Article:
General Jean-François-Joseph Debelle
Born: May 22, 1767
Place of Birth: Voreppe, Isère, France
Died: June 15, 1802
Cause of Death: Illness
Place of Death: Saint-Raphael, Saint-Domingue
Arc de Triomphe: DEBELLE on the north pillar
Jean-François-Joseph Debelle first joined the military when he enlisted in the Artillery Regiment of Auxonne in 1782. By the start of the Revolution in 1789 he had only risen to sergeant, but then in September of 1789 he received a promotion to lieutenant. The next year Debelle was promoted to capitaine and then given a position in the 2nd Company of Horse Artillery at Metz. In 1793 he participated in the attack of the camp of Pirmasens and was then promoted to chef de bataillon by the representatives of the people near the Army of the Moselle. Debelle went on to distinguish himself at the receovery of the lines of Wissembourg and the deliverance of Landau, and he was named a général de brigade by the representatives of the people, however this was promotion was not confirmed.
March of 1794 saw Debelle promoted to chef de brigade and he then took part in the action of Arlon. That June he fought at the combat on the Sambre where he had two horses killed under him and received four sabre blows. Three months later he was promoted to général de brigade, and this time the promotion was confirmed. Debelle next served at the siege of Maestricht where he distinguished himself.
In September of 1795 General Debelle crossed the Rhine at the front of his troops despite the fire from the enemy. The next year he was named deputy commander of the artillery of the Army of the Sambre and Meuse and then promoted to général de division. In 1796 Debelle married Marguerite Justine Dechaux, making him a brother-in-law to General Hoche who had also married a daughter of the Dechaux family. Debelle and Hoche became friends, and Debelle commanded the artillery of the first expedition to Ireland under Hoche in late 1796. After that expedition failed, Hoche was named commander-in-chief of the Army of the Sambre and Meuse, and he took Debelle along with him, naming Debelle the commander of the artillery. Debelle distinguished himself that April at Neuwied.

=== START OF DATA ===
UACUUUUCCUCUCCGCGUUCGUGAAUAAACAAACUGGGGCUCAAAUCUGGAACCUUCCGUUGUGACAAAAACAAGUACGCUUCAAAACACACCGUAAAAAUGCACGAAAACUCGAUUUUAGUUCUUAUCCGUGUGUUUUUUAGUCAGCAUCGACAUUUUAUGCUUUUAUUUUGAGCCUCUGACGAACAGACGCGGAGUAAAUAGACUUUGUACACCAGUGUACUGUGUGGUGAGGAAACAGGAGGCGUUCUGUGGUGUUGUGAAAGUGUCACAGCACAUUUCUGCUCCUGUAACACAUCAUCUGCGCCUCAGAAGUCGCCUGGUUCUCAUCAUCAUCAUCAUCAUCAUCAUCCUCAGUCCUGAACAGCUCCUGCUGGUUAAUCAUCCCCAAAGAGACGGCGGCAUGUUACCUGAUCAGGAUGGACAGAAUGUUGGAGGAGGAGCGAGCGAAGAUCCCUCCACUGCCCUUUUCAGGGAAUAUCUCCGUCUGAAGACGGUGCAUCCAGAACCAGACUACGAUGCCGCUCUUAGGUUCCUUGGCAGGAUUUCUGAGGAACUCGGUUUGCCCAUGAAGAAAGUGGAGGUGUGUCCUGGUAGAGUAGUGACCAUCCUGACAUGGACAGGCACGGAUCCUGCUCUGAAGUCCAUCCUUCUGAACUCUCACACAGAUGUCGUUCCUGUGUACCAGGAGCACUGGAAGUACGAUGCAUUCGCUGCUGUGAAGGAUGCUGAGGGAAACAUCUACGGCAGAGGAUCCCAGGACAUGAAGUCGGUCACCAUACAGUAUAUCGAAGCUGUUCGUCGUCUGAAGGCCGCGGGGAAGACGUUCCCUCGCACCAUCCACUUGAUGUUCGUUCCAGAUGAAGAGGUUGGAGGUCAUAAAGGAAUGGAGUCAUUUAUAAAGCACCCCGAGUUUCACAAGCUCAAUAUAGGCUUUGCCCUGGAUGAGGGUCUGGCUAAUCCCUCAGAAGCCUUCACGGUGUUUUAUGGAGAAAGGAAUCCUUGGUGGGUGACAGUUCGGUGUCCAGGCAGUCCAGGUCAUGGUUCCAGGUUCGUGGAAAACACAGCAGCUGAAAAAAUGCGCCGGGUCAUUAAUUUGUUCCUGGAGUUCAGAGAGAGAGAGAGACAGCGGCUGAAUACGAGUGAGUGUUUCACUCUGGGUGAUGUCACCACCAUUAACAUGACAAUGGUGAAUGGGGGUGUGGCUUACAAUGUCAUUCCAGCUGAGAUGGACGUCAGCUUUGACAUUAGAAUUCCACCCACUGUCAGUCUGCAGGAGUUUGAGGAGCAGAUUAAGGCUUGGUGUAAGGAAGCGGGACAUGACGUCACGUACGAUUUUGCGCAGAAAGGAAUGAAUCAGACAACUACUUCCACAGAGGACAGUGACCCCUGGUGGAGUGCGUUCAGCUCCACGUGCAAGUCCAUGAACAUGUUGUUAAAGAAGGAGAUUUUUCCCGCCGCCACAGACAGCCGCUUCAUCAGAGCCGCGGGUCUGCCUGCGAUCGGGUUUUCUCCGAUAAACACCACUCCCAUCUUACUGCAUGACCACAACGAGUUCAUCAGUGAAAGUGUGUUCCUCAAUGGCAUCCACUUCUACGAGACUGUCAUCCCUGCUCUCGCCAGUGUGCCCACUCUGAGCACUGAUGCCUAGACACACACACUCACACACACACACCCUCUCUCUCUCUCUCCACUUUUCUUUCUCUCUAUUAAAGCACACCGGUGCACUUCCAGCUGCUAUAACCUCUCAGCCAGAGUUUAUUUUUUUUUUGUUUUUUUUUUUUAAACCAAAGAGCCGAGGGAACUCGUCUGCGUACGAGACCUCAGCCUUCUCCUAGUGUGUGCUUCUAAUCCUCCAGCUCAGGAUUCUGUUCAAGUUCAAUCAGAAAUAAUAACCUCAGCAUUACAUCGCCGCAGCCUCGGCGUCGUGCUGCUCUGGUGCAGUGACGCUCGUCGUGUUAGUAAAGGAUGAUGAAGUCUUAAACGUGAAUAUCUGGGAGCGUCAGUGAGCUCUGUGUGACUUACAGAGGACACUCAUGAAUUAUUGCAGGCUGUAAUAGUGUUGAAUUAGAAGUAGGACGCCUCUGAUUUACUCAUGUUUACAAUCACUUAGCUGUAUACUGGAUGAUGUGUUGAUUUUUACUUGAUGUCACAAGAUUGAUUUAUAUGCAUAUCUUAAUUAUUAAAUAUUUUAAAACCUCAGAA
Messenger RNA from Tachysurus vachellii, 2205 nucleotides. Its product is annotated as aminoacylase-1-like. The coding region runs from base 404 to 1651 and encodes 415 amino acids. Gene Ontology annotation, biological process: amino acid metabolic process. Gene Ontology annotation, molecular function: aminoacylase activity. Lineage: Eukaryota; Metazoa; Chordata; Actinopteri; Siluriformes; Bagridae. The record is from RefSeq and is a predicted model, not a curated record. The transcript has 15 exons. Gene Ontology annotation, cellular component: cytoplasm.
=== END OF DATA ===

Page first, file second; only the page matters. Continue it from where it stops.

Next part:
In 1797 Debelle's friend and brother-in-law Hoche died, and Debelle was then named inspector general of the 4th arrondissement of artillery. At the end of 1798 he was appointed commander of the artillery of the Army of Italy, and therefore during the campaign of 1799 he commanded the artillery at the Battle of Novi . In 1800 Debelle was named commander of the left wing of the Army of the West and then in 1801 he returned to the Army of Italy before being authorized to return to his home to rest.
At the end of 1801, General Debelle was named the commander of the artillery of the expedition to Saint-Domingue. Taking part in that campaign, he was badly wounded in March of 1802 during the attack on Fort Crête-à-Pierrot. He survived that wound only to succumb to yellow fever a few months later. His brother César-Alexandre Debelle went on to have a successful military career during the French Empire.
Please see the Appendix about the name DEBELLE on the Arc de Triomphe.
- Six, Georges. Dictionnaire Biographique des Généraux & Amiraux Français de la Révolution et de l'Empire (1792-1814). 2 vols. Paris: Gaston Saffroy, 2003.
Updated February 2015
© Nathan D. Jensen